Posted On: September 24th, 2015 By Alen Levis No Comments »
Play for the ranking you want, not for the one you are given.
This week something quite remarkable happened in the world of rugby. Japan, the undeniable underdogs they are, achieved something every expert and sports commentator deemed ‘impossible’. They beat South Africa, [currently ranked world number 3 in the top international teams, of the Rugby World Cup]!
The BBC called it a ‘Miracle’. The Rugby Worldcup website called it ‘the most significant win in test history’. No one ever could have predicted this result in their wildest dreams; you can’t write this kind of magic. I challenge even the South African team themselves to begrudge the Japanese this moment of glory. The sheer joy and exhilaration expressed by the team at the sound of the final whistle was a spectacle to behold, one that had diehard Japanese Rugby fans in tears in the grandstands.
Watching this, several things occurred to me that gave me a newfound respect for this previously overlooked team.
If you’re not a rugby fan or simply not interested in sports analogies, then bear with me. If you are interested in building a successful business, there are some real lessons shown by what the Japanese pulled off, both in the lead-up to and during what will be remembered as one of the greatest upsets in Rugby World Cup history.
Japan has been dismissed as the underdog for some time. Back in 1995 world cup when Japan played against them the mighty All Black’s, the [AB’s] decimated Japan by a whopping 145 points to 17! How does Japan turn that around in the space of ten years and become the newest darling of the Rugby World Cup stage?
What lessons can we, as directors and entrepreneurs take away and apply to the business world?
Japan appointed Eddie Jones as the Head Coach, one of the best coaches in the world, (excluding Henry and Hansen of course!). This quite possibly is the single best recruiting decision they’ve made. Jone’s had pedigree and experience. He used to coach Australia & coached South Africa to win the world cup in 1995.
The second good recruiting decision, Japan recruited players from outside of Japan with good rugby experience. They recognised natural ability and recruited those people. Fumiaki Tanaka from the Highlanders is a great example.
The Daily Mail stated ‘Every coach in the world looking to improve their team’s performance should look at how Japan went about their work at Brighton on Saturday.’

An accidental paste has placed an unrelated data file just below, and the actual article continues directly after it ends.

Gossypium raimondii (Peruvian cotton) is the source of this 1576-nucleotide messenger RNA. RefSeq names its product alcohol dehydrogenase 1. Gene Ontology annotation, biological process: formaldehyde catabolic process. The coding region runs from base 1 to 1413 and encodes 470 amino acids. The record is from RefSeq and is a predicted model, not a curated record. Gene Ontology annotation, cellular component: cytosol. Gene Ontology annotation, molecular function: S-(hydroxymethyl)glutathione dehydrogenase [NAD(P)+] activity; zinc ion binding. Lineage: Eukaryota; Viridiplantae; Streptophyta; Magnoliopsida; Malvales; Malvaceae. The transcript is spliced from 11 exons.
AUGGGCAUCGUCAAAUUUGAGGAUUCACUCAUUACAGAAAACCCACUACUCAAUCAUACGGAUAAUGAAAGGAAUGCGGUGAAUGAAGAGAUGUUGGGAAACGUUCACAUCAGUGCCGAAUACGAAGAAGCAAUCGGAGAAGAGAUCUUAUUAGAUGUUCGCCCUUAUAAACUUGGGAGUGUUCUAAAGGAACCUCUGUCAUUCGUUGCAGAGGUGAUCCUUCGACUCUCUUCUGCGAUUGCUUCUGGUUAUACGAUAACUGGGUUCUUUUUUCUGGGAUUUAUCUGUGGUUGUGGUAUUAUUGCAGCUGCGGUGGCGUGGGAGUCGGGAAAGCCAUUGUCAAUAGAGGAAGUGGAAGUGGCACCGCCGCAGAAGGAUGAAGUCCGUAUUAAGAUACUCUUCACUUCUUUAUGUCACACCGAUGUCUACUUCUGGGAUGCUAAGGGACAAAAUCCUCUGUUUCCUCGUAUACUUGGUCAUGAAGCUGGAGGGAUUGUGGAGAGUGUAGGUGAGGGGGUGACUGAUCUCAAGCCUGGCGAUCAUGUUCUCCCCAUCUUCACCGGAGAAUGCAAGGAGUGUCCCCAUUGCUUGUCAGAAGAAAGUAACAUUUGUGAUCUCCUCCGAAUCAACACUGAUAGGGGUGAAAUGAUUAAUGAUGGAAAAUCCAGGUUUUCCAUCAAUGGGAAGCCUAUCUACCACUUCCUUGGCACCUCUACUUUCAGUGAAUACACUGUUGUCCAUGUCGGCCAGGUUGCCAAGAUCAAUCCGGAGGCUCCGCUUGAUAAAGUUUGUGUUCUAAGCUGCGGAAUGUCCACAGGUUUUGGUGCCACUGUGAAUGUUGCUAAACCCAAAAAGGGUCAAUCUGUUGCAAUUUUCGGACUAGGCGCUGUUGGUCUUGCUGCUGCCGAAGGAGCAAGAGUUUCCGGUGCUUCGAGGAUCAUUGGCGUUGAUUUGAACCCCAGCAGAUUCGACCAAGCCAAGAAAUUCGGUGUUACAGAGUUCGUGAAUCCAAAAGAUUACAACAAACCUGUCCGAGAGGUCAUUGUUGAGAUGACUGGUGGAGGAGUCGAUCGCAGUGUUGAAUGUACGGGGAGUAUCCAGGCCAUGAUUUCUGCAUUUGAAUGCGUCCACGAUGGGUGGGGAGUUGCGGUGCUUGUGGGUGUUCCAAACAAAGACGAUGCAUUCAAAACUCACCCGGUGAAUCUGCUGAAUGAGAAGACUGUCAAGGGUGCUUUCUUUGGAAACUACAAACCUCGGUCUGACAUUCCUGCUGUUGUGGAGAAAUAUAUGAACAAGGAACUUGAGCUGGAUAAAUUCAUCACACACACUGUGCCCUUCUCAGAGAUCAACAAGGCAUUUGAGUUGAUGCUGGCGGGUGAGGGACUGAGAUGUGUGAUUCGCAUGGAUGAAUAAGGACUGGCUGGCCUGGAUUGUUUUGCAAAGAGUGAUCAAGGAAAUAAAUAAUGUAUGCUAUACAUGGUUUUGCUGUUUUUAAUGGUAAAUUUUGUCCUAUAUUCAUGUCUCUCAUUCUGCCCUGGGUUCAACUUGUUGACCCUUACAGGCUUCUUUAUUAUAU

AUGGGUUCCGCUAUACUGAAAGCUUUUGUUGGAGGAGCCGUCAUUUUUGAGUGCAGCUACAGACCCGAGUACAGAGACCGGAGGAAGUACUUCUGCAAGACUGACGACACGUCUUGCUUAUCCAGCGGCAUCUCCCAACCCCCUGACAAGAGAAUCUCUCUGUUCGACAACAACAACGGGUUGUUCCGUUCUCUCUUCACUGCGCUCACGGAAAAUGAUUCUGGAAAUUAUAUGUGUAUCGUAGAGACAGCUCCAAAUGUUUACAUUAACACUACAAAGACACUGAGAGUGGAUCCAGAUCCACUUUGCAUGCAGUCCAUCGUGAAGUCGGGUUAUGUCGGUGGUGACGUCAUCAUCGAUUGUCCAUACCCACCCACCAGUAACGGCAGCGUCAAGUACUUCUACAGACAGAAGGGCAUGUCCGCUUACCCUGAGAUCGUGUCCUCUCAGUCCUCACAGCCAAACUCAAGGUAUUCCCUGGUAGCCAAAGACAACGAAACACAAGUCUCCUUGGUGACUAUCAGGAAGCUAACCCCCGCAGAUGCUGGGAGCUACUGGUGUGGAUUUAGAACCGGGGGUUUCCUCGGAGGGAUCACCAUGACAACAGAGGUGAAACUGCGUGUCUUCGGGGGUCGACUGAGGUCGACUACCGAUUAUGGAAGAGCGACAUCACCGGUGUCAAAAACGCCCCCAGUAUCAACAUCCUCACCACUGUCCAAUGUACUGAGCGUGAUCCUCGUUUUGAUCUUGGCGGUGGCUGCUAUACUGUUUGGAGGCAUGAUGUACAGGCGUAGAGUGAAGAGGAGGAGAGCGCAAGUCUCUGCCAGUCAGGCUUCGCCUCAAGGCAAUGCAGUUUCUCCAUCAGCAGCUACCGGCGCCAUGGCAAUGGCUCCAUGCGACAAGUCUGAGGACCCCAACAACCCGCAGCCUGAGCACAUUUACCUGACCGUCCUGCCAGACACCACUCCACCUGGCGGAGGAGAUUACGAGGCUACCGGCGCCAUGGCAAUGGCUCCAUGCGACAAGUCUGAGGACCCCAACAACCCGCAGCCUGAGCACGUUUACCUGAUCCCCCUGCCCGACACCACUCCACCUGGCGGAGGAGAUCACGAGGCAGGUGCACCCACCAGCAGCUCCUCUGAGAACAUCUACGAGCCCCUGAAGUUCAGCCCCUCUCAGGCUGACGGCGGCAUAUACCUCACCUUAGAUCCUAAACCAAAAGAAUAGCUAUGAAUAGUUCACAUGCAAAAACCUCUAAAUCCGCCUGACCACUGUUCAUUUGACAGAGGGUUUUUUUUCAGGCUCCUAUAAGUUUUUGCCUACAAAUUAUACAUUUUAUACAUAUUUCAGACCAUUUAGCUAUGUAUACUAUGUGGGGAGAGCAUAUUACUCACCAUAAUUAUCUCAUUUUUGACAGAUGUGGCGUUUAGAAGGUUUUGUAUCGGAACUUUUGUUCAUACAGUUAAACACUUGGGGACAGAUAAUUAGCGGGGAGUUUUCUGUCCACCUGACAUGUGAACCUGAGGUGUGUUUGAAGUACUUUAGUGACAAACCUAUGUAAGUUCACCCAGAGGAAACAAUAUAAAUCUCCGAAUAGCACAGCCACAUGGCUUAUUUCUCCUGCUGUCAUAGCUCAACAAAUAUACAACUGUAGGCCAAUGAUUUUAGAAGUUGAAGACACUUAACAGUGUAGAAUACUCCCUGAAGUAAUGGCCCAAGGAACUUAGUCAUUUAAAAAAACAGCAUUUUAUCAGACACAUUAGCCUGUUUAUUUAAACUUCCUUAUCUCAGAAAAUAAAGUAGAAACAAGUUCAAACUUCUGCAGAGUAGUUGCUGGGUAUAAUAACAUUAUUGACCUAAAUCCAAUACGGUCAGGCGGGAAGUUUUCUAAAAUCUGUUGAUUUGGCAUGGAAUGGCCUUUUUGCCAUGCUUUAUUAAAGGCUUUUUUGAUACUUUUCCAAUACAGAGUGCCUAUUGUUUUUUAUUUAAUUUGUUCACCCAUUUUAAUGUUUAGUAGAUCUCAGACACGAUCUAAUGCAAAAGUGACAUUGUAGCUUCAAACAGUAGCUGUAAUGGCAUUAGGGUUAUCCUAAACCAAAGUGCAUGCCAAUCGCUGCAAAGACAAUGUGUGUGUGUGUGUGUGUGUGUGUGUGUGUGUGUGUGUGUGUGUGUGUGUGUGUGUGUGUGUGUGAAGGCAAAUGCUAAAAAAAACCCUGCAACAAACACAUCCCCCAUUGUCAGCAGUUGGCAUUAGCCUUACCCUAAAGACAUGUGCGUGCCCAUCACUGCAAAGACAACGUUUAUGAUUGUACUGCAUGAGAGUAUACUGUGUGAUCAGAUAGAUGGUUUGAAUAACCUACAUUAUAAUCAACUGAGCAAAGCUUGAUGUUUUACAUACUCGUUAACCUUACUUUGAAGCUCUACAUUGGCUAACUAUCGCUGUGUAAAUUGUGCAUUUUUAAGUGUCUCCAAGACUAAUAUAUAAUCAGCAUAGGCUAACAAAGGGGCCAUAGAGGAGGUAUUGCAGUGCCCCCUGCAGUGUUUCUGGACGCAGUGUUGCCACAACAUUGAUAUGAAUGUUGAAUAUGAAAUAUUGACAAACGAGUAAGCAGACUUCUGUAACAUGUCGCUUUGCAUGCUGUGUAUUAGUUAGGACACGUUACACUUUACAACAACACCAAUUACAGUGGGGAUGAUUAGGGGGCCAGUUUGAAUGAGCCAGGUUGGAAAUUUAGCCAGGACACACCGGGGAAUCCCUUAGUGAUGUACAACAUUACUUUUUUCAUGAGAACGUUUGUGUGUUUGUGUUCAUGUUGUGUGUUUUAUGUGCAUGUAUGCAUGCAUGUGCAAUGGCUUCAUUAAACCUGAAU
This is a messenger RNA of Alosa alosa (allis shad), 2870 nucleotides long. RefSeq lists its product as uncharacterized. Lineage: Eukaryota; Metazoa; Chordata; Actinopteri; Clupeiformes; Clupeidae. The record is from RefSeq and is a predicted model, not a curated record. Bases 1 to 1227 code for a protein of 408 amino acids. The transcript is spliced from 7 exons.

Which I think a lot of similarities can be drawn on here in the business world as well. Manage a team that back themselves and you’ve got a winning formula.
The ‘proof in the pudding’ for Japan was in the last few minutes of the game. They had a penalty with a minute to go and could have easily taken the safe option but they elected for the scrum and go for the try. Ultimately scoring a try into 4 minutes of overtime and raising eyebrows – that probably still haven’t come down!
It was a huge risk, but their self-belief as a team buoyed them on where others may have stumbled on doubt. The risk was a big one – come away empty handed or walk away with a place in history – but any business owner knows taking calculated risks is part of the pathway to success.
Japan developed a game to work according to their strengths, they’re obviously not naturally big guys. Coach Eddie Jones said of his team “Japan can only play one way: we’ve got a little team, so we have to move the ball around.” Matt Lawton in the London Daily Mail said South Africa were caught cold by the speed and ferocity of Japan’s running and the accuracy of their passing.”
Again, with a good business strategy, a good team and a clear understanding of how to execute that business strategy, ultimately means success. Whatever success may look like to you. The takeaway here is that rather than trying to meet the opposition on their terms, play to utilise your own strengths.
Huge ambition is often called a big hairy audacious goal in the business world. After watching Japan win this week, why not have a huge ambition.
– Have a goal that scares the hell out of you.
Who knows, you just might get there – just like Japan.
I’d like to give credit to my good friend, Grant Sanders – for sharing your extensive rugby knowledge with me!
No credit card, No contract, No pressure